Later works exude a more melancholic atmosphere than his bustling early pictures. He painted a pastoral world of fields and valleys not distant from castles and towns. If the ocean horizon is represented, it is from the setting of a busy port. Perhaps to feed the public’s desire for paintings with noble themes, his pictures include demi-gods, heroes and saints. Even though his sketchbooks prove that he was more interested in pure scenography, Claude cunningly met this demand. Claude’s paintings flattered the culture of his clients by alluding to the Classics or Bible, while at the same time teeming with anachronisms in order to more closely resemble contemporary Roman landscapes for their nostalgic enjoyment.

In ‘Paysage avec l’embarquement de Sainte Paule à Ostie’ (1639), for example, the port is filled with modern ships that sailed around the Italian coast. European painting is full of similar anachronisms in the depiction of historical themes. As late as the early twentieth century Giorgio de Chirico introduced his deceptive ‘exploitations of tradition’ by inserting modern smoke stacks and trains into the background of seemingly ancient cityscapes.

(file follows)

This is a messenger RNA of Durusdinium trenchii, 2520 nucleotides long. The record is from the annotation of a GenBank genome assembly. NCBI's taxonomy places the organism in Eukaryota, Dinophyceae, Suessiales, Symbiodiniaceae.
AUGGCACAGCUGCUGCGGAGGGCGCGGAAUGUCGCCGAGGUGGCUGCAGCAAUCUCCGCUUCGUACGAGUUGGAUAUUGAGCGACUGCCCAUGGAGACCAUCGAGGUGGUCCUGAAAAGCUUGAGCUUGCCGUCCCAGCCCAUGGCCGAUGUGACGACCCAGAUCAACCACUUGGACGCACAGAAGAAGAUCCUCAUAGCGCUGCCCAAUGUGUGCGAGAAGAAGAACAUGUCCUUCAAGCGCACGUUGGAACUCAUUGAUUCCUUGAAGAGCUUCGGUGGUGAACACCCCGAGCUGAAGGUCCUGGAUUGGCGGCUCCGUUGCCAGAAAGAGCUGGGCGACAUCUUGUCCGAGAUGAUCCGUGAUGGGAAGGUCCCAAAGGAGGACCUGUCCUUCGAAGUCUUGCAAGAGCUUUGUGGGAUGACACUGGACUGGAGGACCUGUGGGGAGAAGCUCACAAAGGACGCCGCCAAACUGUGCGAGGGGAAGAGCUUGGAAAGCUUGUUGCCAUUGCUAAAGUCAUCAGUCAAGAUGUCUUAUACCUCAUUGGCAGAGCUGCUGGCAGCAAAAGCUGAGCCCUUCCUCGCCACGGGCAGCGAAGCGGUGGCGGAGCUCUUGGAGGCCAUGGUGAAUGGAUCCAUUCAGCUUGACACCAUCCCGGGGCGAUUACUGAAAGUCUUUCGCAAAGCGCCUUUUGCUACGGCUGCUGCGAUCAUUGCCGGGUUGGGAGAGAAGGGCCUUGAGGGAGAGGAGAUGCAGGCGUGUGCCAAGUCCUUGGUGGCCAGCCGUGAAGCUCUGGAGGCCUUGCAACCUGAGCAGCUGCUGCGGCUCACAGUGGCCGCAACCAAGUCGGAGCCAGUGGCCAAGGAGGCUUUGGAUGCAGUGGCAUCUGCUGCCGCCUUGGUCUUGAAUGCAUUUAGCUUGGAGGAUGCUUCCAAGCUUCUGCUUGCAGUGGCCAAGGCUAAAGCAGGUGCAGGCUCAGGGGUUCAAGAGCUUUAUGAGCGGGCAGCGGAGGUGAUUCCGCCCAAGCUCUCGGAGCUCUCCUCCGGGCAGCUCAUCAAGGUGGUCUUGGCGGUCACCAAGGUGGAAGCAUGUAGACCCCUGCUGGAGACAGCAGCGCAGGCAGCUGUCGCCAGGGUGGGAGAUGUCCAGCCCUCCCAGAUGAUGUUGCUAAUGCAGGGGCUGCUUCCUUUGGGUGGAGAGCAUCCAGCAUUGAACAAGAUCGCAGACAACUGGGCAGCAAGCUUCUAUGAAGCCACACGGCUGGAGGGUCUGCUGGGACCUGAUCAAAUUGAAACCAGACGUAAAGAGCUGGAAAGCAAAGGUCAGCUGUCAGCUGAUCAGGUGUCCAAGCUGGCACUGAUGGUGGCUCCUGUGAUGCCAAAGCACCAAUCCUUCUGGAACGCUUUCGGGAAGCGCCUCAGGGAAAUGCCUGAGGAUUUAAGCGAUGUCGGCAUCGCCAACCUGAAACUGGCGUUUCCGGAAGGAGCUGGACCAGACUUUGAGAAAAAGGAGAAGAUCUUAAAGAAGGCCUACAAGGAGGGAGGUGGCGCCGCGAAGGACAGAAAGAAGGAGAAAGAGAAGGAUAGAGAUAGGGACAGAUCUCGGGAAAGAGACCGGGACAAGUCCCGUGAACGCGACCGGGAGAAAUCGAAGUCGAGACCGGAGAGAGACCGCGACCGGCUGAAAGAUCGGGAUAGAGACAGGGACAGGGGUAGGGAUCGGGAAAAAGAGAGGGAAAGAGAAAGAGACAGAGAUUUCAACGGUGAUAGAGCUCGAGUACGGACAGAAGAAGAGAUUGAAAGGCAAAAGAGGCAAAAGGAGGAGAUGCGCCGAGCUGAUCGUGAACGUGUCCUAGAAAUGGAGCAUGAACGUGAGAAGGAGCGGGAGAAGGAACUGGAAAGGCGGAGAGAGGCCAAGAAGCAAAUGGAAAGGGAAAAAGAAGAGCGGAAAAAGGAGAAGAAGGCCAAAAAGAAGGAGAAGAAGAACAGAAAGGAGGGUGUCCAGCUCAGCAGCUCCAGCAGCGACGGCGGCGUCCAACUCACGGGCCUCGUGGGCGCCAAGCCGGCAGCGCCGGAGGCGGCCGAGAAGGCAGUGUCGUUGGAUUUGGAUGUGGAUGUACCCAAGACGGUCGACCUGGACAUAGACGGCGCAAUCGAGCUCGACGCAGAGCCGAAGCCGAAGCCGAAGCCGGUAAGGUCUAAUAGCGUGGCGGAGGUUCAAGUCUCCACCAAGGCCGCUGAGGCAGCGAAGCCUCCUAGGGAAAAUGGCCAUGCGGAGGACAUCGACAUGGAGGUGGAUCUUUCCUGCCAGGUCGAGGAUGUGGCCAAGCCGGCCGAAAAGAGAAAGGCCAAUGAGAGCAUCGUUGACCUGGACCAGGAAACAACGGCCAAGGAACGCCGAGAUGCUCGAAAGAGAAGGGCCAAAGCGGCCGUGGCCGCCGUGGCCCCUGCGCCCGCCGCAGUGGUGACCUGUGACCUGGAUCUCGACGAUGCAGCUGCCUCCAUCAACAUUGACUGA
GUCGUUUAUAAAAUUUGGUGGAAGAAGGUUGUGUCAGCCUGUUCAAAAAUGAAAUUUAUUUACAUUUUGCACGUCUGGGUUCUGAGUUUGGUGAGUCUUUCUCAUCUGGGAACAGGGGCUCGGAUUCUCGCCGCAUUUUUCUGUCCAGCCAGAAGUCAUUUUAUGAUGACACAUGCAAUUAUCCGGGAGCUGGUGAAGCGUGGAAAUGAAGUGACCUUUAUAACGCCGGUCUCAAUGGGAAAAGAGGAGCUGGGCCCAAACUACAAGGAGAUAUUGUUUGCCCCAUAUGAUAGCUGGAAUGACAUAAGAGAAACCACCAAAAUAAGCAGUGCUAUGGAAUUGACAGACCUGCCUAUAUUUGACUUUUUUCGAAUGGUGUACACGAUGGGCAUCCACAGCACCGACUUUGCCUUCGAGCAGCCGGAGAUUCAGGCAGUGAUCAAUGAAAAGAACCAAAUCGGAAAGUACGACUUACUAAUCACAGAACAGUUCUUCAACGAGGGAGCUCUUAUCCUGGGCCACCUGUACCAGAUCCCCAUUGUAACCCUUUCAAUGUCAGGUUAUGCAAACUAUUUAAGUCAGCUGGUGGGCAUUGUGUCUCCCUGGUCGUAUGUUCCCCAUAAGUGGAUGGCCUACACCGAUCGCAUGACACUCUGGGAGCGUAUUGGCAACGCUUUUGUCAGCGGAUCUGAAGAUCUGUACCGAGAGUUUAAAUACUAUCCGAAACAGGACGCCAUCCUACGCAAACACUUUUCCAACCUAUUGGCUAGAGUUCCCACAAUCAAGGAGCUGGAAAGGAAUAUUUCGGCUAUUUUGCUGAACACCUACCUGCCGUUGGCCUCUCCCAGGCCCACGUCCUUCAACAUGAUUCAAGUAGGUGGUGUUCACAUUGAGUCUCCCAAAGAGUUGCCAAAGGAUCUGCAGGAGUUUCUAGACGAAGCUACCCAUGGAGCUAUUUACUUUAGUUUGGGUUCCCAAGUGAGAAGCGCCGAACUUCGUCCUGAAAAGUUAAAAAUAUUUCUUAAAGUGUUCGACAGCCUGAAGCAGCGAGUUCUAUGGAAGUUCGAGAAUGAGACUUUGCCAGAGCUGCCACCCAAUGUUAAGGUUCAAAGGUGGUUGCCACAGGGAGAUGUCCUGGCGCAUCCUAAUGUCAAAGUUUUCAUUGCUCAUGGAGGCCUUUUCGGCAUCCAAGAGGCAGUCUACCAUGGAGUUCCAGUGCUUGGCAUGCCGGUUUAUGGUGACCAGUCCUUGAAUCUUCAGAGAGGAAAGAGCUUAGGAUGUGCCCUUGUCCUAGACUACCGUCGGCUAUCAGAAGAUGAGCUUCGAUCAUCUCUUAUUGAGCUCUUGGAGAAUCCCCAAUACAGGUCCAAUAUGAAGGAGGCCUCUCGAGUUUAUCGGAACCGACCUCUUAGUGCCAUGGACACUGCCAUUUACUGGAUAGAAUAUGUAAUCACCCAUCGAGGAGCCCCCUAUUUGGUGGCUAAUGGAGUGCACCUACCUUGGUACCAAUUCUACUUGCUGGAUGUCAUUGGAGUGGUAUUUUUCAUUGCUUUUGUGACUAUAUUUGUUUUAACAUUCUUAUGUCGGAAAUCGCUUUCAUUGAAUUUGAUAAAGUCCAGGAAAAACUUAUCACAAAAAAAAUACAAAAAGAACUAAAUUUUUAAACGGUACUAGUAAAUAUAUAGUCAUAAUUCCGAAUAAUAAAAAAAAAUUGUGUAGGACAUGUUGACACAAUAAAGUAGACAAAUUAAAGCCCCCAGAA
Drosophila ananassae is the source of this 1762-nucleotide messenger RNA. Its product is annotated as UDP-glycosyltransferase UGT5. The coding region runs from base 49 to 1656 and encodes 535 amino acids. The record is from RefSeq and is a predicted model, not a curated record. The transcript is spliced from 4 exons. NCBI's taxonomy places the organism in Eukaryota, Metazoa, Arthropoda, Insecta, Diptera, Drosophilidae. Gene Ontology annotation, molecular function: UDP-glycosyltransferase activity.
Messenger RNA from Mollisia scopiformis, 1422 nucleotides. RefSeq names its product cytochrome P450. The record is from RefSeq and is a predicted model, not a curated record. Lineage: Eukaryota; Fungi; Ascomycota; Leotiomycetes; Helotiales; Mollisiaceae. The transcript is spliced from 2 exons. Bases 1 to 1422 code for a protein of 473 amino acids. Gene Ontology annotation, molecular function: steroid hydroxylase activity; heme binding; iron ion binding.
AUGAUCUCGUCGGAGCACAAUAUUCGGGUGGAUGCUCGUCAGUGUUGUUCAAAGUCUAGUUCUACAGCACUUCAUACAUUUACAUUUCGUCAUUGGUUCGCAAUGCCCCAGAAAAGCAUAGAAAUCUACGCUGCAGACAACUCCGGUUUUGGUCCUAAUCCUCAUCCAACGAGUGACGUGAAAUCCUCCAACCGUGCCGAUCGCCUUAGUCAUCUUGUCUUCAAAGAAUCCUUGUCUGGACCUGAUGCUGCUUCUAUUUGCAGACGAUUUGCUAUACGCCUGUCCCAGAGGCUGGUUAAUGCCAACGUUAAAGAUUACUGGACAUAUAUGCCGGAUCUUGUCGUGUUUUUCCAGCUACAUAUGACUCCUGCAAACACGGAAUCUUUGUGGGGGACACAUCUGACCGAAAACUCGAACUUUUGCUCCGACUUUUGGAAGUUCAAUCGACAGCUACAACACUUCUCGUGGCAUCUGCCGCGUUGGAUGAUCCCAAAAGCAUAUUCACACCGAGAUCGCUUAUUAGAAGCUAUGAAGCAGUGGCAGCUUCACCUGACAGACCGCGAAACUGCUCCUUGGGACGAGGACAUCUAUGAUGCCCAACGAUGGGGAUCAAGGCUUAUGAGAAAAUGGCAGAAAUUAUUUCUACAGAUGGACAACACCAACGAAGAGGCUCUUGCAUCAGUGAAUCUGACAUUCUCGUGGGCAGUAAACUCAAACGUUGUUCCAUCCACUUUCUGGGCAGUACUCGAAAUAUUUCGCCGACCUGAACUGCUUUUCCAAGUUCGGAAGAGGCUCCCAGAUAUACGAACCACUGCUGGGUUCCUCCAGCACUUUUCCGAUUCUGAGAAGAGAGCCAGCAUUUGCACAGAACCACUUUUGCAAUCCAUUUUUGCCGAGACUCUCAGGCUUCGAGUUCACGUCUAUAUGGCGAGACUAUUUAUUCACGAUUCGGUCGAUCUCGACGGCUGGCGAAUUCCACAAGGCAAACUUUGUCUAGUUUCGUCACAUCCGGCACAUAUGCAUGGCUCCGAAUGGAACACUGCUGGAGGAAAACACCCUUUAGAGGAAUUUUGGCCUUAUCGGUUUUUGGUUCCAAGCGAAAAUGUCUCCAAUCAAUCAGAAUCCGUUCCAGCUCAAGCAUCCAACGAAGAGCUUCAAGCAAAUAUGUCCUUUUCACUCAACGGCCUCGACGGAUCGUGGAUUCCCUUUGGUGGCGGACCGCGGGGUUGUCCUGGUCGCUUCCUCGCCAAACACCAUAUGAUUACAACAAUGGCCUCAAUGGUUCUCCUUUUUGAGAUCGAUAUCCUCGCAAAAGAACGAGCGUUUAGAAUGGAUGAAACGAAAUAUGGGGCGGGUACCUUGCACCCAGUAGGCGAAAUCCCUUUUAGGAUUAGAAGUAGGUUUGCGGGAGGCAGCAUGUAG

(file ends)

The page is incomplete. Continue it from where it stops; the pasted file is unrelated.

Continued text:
In the second quarter of the seventeenth century, European landscape painting took two opposite directions. Artists like Claude went in for ‘ideal’ views of an eternal Arcadia, while the Dutch masters of the genre (the word landscape is borrowed from the Dutch ‘landschap’) closely observed nature. The introduction of the term was logical because the Netherlands was one of the first places that landscape had become a popular subject for painting.
The rising Protestant middle class sought secular art for their homes, creating the need for new subjects to meet their tastes. Landscapes helped fill this need. Claude Lorrain’s paintings on the other hand exemplify the genre labelled as ‘idealized’ landscape. They are rooted in a strong naturalism, but at the same time beautified and idealized. A sense of nostalgia is evoked by the presence of ancient ruins and figures in antique togas. The palette is one of blues (using ultramarine, the most expensive pigment of his day made from lapis lazuli, a rare precious stone), greens and greys. Much like the later Impressionists, Claude was fascinated by the effects of light. His preference was for harmonious scenes of dawn or twilight, whilst never showing nature’s brute realities. He searched for perfection, an image of nature as it should be. He created ‘une mythologie douce’, an aesthetic that chooses the bucolic over the shocking, and withdrawal from the world over the torments of war. He desired the peaceful song of the flute rather than the military sound of drums. This kind of approach appealed to his audience. Landscape painting may have been perceived as a lesser genre in certain circles, but Claude Lorrain achieved enormous success in his lifetime, garnering commissions from aristocrats, popes, and the King of Spain Philip IV.